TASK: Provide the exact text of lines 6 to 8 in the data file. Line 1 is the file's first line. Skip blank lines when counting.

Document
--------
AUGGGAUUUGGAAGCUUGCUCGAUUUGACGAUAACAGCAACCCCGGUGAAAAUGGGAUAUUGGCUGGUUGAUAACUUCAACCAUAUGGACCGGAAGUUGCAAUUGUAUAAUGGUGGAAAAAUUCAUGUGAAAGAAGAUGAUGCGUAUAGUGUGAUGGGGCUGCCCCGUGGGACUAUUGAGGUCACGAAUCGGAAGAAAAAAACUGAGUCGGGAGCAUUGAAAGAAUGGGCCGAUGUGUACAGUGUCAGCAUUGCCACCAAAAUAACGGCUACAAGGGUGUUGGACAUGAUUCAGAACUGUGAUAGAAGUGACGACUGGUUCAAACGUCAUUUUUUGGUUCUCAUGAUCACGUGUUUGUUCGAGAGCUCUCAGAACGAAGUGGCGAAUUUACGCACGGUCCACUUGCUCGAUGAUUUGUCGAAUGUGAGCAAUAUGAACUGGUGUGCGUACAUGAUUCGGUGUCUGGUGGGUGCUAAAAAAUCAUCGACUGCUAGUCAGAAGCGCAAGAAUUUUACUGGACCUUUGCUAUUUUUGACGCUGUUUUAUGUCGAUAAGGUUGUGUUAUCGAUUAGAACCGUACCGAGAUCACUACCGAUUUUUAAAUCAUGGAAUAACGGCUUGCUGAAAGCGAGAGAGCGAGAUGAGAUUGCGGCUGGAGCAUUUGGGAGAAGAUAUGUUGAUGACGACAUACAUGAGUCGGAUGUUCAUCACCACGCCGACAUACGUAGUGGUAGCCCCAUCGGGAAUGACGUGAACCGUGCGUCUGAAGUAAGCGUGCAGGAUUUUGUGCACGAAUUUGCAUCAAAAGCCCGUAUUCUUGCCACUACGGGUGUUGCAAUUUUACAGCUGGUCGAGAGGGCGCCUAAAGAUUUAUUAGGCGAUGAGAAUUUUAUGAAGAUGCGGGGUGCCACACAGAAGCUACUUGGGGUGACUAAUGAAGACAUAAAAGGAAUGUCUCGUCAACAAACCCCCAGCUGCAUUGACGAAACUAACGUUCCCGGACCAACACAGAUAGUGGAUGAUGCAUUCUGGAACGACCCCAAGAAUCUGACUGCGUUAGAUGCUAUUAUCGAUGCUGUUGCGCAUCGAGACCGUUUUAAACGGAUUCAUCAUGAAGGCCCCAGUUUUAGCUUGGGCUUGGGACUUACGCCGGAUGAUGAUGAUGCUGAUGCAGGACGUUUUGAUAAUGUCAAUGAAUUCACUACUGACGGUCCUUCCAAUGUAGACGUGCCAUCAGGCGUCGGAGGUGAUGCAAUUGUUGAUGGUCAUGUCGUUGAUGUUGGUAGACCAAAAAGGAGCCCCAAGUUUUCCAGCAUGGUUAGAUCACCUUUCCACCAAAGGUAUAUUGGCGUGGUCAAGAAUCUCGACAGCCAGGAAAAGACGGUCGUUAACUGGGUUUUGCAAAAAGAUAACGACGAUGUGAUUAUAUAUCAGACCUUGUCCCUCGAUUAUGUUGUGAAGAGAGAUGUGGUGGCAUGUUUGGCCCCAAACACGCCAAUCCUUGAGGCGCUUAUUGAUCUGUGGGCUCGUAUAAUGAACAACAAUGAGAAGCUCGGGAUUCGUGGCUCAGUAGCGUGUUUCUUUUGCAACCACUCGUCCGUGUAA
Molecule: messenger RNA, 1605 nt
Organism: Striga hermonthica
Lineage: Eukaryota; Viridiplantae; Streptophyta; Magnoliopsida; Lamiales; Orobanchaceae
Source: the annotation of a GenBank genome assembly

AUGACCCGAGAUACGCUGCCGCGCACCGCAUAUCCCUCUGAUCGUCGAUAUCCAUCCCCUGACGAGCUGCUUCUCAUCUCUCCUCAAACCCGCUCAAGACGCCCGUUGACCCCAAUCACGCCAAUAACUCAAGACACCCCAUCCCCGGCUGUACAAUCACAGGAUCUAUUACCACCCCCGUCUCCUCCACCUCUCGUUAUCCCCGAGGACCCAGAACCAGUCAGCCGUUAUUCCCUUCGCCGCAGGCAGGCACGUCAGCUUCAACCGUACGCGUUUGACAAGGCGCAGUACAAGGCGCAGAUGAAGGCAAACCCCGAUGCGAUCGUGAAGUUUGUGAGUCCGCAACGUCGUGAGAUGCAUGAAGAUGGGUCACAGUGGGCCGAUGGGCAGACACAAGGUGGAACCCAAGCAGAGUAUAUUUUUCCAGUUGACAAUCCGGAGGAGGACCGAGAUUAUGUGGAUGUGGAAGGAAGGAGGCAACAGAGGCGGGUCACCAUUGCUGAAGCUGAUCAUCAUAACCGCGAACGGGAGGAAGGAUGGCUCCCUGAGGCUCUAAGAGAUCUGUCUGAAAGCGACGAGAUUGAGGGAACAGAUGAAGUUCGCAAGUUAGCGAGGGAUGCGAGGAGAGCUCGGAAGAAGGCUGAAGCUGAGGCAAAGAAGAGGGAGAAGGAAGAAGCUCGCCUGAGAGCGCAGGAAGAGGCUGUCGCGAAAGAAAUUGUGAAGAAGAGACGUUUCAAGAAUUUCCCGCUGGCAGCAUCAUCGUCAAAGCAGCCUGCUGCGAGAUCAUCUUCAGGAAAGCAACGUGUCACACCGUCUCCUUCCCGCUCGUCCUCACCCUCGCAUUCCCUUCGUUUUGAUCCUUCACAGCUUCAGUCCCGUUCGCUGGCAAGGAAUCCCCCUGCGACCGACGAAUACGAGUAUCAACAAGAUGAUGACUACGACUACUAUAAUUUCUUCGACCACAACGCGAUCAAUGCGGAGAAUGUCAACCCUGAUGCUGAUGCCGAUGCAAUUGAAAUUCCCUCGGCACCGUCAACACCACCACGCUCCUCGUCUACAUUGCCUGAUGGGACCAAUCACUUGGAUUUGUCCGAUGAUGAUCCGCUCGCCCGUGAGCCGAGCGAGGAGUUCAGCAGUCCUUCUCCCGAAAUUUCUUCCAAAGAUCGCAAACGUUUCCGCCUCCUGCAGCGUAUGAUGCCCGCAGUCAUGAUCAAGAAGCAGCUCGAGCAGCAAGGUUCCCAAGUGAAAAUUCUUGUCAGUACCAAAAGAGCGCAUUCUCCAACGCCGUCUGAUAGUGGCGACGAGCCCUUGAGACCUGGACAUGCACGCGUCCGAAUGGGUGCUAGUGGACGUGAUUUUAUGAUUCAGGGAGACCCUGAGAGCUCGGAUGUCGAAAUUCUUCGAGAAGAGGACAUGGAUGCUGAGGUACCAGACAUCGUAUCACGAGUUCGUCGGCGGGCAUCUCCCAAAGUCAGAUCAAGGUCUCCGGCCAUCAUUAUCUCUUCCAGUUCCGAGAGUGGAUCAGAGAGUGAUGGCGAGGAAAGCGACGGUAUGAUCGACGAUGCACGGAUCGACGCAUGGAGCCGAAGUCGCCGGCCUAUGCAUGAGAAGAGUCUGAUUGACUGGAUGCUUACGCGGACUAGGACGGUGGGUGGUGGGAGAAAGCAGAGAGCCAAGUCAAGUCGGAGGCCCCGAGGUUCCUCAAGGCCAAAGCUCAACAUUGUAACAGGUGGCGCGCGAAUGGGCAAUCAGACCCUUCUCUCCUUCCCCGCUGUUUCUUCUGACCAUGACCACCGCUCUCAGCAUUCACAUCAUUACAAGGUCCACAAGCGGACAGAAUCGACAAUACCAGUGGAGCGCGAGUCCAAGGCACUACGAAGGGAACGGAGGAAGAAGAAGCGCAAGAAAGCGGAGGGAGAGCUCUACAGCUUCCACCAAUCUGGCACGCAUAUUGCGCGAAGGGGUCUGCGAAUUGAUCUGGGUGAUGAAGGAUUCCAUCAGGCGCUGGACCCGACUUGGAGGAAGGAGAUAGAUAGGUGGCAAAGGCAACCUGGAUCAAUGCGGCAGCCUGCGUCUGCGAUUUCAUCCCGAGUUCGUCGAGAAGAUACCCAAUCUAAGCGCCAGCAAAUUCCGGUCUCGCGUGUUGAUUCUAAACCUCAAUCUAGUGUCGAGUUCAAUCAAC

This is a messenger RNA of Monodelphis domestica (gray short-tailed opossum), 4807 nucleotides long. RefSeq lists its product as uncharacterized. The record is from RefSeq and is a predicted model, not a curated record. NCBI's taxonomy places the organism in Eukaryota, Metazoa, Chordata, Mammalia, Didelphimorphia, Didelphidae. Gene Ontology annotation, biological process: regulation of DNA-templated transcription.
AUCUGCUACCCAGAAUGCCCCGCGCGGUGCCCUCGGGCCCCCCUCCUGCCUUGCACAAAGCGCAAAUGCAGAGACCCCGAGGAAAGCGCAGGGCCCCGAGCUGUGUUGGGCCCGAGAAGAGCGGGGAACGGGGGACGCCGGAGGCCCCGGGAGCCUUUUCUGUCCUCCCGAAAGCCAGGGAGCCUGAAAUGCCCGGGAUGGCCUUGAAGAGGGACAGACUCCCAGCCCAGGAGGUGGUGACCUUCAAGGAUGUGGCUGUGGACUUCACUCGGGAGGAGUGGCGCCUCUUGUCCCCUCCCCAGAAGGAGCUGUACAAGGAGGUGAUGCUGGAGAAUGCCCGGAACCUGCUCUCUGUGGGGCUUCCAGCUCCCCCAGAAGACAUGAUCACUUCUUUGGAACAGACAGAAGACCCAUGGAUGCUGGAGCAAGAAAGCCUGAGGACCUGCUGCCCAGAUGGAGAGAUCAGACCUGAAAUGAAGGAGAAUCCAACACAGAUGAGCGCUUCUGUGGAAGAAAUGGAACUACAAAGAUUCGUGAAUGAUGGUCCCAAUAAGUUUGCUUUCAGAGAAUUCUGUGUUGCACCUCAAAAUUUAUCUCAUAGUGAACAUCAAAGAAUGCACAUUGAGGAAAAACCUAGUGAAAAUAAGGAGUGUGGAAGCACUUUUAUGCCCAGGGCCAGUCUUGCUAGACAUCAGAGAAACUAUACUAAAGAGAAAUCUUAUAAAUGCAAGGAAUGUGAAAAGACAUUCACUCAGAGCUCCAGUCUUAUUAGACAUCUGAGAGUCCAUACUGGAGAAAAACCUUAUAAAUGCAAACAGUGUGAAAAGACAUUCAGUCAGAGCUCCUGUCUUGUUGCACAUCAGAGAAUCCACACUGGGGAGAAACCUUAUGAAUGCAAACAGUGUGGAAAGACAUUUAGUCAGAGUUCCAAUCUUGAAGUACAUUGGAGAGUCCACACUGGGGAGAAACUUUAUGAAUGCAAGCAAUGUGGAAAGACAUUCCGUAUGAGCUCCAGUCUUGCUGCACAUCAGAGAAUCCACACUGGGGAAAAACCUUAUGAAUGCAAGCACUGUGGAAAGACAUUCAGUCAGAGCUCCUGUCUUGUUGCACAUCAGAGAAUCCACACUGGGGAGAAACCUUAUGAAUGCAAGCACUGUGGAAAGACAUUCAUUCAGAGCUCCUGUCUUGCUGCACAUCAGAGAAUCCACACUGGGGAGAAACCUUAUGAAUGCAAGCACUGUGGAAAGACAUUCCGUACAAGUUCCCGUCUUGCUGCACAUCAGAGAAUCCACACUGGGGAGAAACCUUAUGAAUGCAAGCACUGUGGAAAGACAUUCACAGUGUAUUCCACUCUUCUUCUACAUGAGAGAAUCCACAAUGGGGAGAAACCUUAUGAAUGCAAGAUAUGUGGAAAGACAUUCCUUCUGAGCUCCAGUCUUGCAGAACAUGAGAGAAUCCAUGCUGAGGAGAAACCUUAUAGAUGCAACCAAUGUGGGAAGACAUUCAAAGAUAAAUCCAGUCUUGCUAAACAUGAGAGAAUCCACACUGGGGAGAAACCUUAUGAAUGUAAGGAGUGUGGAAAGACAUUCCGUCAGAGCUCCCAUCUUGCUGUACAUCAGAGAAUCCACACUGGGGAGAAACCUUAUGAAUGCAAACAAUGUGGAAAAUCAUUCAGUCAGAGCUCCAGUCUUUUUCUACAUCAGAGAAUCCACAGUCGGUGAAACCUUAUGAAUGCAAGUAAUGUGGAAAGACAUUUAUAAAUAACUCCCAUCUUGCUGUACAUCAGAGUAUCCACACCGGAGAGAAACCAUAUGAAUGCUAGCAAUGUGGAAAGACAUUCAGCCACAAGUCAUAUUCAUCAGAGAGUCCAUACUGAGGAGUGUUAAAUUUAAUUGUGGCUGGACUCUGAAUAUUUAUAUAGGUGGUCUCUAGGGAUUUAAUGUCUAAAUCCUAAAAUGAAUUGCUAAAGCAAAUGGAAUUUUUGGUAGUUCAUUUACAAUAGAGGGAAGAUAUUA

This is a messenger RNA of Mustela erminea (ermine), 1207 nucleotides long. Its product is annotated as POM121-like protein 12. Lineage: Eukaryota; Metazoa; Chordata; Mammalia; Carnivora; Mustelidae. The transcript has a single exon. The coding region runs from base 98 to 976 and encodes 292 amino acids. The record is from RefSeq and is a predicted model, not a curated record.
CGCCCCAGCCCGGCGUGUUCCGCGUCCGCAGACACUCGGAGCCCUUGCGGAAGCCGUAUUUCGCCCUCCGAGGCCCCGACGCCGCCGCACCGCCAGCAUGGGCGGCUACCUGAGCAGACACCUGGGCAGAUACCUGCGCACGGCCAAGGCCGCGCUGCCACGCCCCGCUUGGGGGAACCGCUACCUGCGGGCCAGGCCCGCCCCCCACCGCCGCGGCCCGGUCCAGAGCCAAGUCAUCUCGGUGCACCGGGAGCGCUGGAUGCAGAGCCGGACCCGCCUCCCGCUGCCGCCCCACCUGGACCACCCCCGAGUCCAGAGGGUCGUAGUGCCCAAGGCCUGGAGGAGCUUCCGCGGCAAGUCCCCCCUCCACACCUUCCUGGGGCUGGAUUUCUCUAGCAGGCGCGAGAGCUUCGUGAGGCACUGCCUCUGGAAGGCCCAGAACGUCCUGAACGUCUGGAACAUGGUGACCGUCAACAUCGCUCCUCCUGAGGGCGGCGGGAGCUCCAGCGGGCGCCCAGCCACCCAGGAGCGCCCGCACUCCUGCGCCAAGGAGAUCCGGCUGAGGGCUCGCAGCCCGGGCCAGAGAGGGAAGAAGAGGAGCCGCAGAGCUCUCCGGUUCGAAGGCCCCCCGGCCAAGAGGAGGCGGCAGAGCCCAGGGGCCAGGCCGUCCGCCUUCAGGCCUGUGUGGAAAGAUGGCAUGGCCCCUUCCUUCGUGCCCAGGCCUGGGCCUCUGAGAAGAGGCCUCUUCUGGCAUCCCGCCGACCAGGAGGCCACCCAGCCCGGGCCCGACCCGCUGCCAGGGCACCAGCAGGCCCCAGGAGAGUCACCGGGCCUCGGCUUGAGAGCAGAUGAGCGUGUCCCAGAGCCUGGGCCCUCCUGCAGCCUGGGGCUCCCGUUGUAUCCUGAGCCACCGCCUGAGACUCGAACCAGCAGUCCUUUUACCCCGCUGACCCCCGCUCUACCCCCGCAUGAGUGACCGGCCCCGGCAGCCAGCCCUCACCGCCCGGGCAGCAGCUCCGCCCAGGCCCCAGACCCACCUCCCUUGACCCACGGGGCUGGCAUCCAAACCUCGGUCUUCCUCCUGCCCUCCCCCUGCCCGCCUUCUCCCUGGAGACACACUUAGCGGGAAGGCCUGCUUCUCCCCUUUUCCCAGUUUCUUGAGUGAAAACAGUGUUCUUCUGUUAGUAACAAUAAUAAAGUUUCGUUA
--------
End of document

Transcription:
AUGACCCGAGAUACGCUGCCGCGCACCGCAUAUCCCUCUGAUCGUCGAUAUCCAUCCCCUGACGAGCUGCUUCUCAUCUCUCCUCAAACCCGCUCAAGACGCCCGUUGACCCCAAUCACGCCAAUAACUCAAGACACCCCAUCCCCGGCUGUACAAUCACAGGAUCUAUUACCACCCCCGUCUCCUCCACCUCUCGUUAUCCCCGAGGACCCAGAACCAGUCAGCCGUUAUUCCCUUCGCCGCAGGCAGGCACGUCAGCUUCAACCGUACGCGUUUGACAAGGCGCAGUACAAGGCGCAGAUGAAGGCAAACCCCGAUGCGAUCGUGAAGUUUGUGAGUCCGCAACGUCGUGAGAUGCAUGAAGAUGGGUCACAGUGGGCCGAUGGGCAGACACAAGGUGGAACCCAAGCAGAGUAUAUUUUUCCAGUUGACAAUCCGGAGGAGGACCGAGAUUAUGUGGAUGUGGAAGGAAGGAGGCAACAGAGGCGGGUCACCAUUGCUGAAGCUGAUCAUCAUAACCGCGAACGGGAGGAAGGAUGGCUCCCUGAGGCUCUAAGAGAUCUGUCUGAAAGCGACGAGAUUGAGGGAACAGAUGAAGUUCGCAAGUUAGCGAGGGAUGCGAGGAGAGCUCGGAAGAAGGCUGAAGCUGAGGCAAAGAAGAGGGAGAAGGAAGAAGCUCGCCUGAGAGCGCAGGAAGAGGCUGUCGCGAAAGAAAUUGUGAAGAAGAGACGUUUCAAGAAUUUCCCGCUGGCAGCAUCAUCGUCAAAGCAGCCUGCUGCGAGAUCAUCUUCAGGAAAGCAACGUGUCACACCGUCUCCUUCCCGCUCGUCCUCACCCUCGCAUUCCCUUCGUUUUGAUCCUUCACAGCUUCAGUCCCGUUCGCUGGCAAGGAAUCCCCCUGCGACCGACGAAUACGAGUAUCAACAAGAUGAUGACUACGACUACUAUAAUUUCUUCGACCACAACGCGAUCAAUGCGGAGAAUGUCAACCCUGAUGCUGAUGCCGAUGCAAUUGAAAUUCCCUCGGCACCGUCAACACCACCACGCUCCUCGUCUACAUUGCCUGAUGGGACCAAUCACUUGGAUUUGUCCGAUGAUGAUCCGCUCGCCCGUGAGCCGAGCGAGGAGUUCAGCAGUCCUUCUCCCGAAAUUUCUUCCAAAGAUCGCAAACGUUUCCGCCUCCUGCAGCGUAUGAUGCCCGCAGUCAUGAUCAAGAAGCAGCUCGAGCAGCAAGGUUCCCAAGUGAAAAUUCUUGUCAGUACCAAAAGAGCGCAUUCUCCAACGCCGUCUGAUAGUGGCGACGAGCCCUUGAGACCUGGACAUGCACGCGUCCGAAUGGGUGCUAGUGGACGUGAUUUUAUGAUUCAGGGAGACCCUGAGAGCUCGGAUGUCGAAAUUCUUCGAGAAGAGGACAUGGAUGCUGAGGUACCAGACAUCGUAUCACGAGUUCGUCGGCGGGCAUCUCCCAAAGUCAGAUCAAGGUCUCCGGCCAUCAUUAUCUCUUCCAGUUCCGAGAGUGGAUCAGAGAGUGAUGGCGAGGAAAGCGACGGUAUGAUCGACGAUGCACGGAUCGACGCAUGGAGCCGAAGUCGCCGGCCUAUGCAUGAGAAGAGUCUGAUUGACUGGAUGCUUACGCGGACUAGGACGGUGGGUGGUGGGAGAAAGCAGAGAGCCAAGUCAAGUCGGAGGCCCCGAGGUUCCUCAAGGCCAAAGCUCAACAUUGUAACAGGUGGCGCGCGAAUGGGCAAUCAGACCCUUCUCUCCUUCCCCGCUGUUUCUUCUGACCAUGACCACCGCUCUCAGCAUUCACAUCAUUACAAGGUCCACAAGCGGACAGAAUCGACAAUACCAGUGGAGCGCGAGUCCAAGGCACUACGAAGGGAACGGAGGAAGAAGAAGCGCAAGAAAGCGGAGGGAGAGCUCUACAGCUUCCACCAAUCUGGCACGCAUAUUGCGCGAAGGGGUCUGCGAAUUGAUCUGGGUGAUGAAGGAUUCCAUCAGGCGCUGGACCCGACUUGGAGGAAGGAGAUAGAUAGGUGGCAAAGGCAACCUGGAUCAAUGCGGCAGCCUGCGUCUGCGAUUUCAUCCCGAGUUCGUCGAGAAGAUACCCAAUCUAAGCGCCAGCAAAUUCCGGUCUCGCGUGUUGAUUCUAAACCUCAAUCUAGUGUCGAGUUCAAUCAAC

This is a messenger RNA of Monodelphis domestica (gray short-tailed opossum), 4807 nucleotides long. RefSeq lists its product as uncharacterized. The record is from RefSeq and is a predicted model, not a curated record. NCBI's taxonomy places the organism in Eukaryota, Metazoa, Chordata, Mammalia, Didelphimorphia, Didelphidae. Gene Ontology annotation, biological process: regulation of DNA-templated transcription.
AUCUGCUACCCAGAAUGCCCCGCGCGGUGCCCUCGGGCCCCCCUCCUGCCUUGCACAAAGCGCAAAUGCAGAGACCCCGAGGAAAGCGCAGGGCCCCGAGCUGUGUUGGGCCCGAGAAGAGCGGGGAACGGGGGACGCCGGAGGCCCCGGGAGCCUUUUCUGUCCUCCCGAAAGCCAGGGAGCCUGAAAUGCCCGGGAUGGCCUUGAAGAGGGACAGACUCCCAGCCCAGGAGGUGGUGACCUUCAAGGAUGUGGCUGUGGACUUCACUCGGGAGGAGUGGCGCCUCUUGUCCCCUCCCCAGAAGGAGCUGUACAAGGAGGUGAUGCUGGAGAAUGCCCGGAACCUGCUCUCUGUGGGGCUUCCAGCUCCCCCAGAAGACAUGAUCACUUCUUUGGAACAGACAGAAGACCCAUGGAUGCUGGAGCAAGAAAGCCUGAGGACCUGCUGCCCAGAUGGAGAGAUCAGACCUGAAAUGAAGGAGAAUCCAACACAGAUGAGCGCUUCUGUGGAAGAAAUGGAACUACAAAGAUUCGUGAAUGAUGGUCCCAAUAAGUUUGCUUUCAGAGAAUUCUGUGUUGCACCUCAAAAUUUAUCUCAUAGUGAACAUCAAAGAAUGCACAUUGAGGAAAAACCUAGUGAAAAUAAGGAGUGUGGAAGCACUUUUAUGCCCAGGGCCAGUCUUGCUAGACAUCAGAGAAACUAUACUAAAGAGAAAUCUUAUAAAUGCAAGGAAUGUGAAAAGACAUUCACUCAGAGCUCCAGUCUUAUUAGACAUCUGAGAGUCCAUACUGGAGAAAAACCUUAUAAAUGCAAACAGUGUGAAAAGACAUUCAGUCAGAGCUCCUGUCUUGUUGCACAUCAGAGAAUCCACACUGGGGAGAAACCUUAUGAAUGCAAACAGUGUGGAAAGACAUUUAGUCAGAGUUCCAAUCUUGAAGUACAUUGGAGAGUCCACACUGGGGAGAAACUUUAUGAAUGCAAGCAAUGUGGAAAGACAUUCCGUAUGAGCUCCAGUCUUGCUGCACAUCAGAGAAUCCACACUGGGGAAAAACCUUAUGAAUGCAAGCACUGUGGAAAGACAUUCAGUCAGAGCUCCUGUCUUGUUGCACAUCAGAGAAUCCACACUGGGGAGAAACCUUAUGAAUGCAAGCACUGUGGAAAGACAUUCAUUCAGAGCUCCUGUCUUGCUGCACAUCAGAGAAUCCACACUGGGGAGAAACCUUAUGAAUGCAAGCACUGUGGAAAGACAUUCCGUACAAGUUCCCGUCUUGCUGCACAUCAGAGAAUCCACACUGGGGAGAAACCUUAUGAAUGCAAGCACUGUGGAAAGACAUUCACAGUGUAUUCCACUCUUCUUCUACAUGAGAGAAUCCACAAUGGGGAGAAACCUUAUGAAUGCAAGAUAUGUGGAAAGACAUUCCUUCUGAGCUCCAGUCUUGCAGAACAUGAGAGAAUCCAUGCUGAGGAGAAACCUUAUAGAUGCAACCAAUGUGGGAAGACAUUCAAAGAUAAAUCCAGUCUUGCUAAACAUGAGAGAAUCCACACUGGGGAGAAACCUUAUGAAUGUAAGGAGUGUGGAAAGACAUUCCGUCAGAGCUCCCAUCUUGCUGUACAUCAGAGAAUCCACACUGGGGAGAAACCUUAUGAAUGCAAACAAUGUGGAAAAUCAUUCAGUCAGAGCUCCAGUCUUUUUCUACAUCAGAGAAUCCACAGUCGGUGAAACCUUAUGAAUGCAAGUAAUGUGGAAAGACAUUUAUAAAUAACUCCCAUCUUGCUGUACAUCAGAGUAUCCACACCGGAGAGAAACCAUAUGAAUGCUAGCAAUGUGGAAAGACAUUCAGCCACAAGUCAUAUUCAUCAGAGAGUCCAUACUGAGGAGUGUUAAAUUUAAUUGUGGCUGGACUCUGAAUAUUUAUAUAGGUGGUCUCUAGGGAUUUAAUGUCUAAAUCCUAAAAUGAAUUGCUAAAGCAAAUGGAAUUUUUGGUAGUUCAUUUACAAUAGAGGGAAGAUAUUA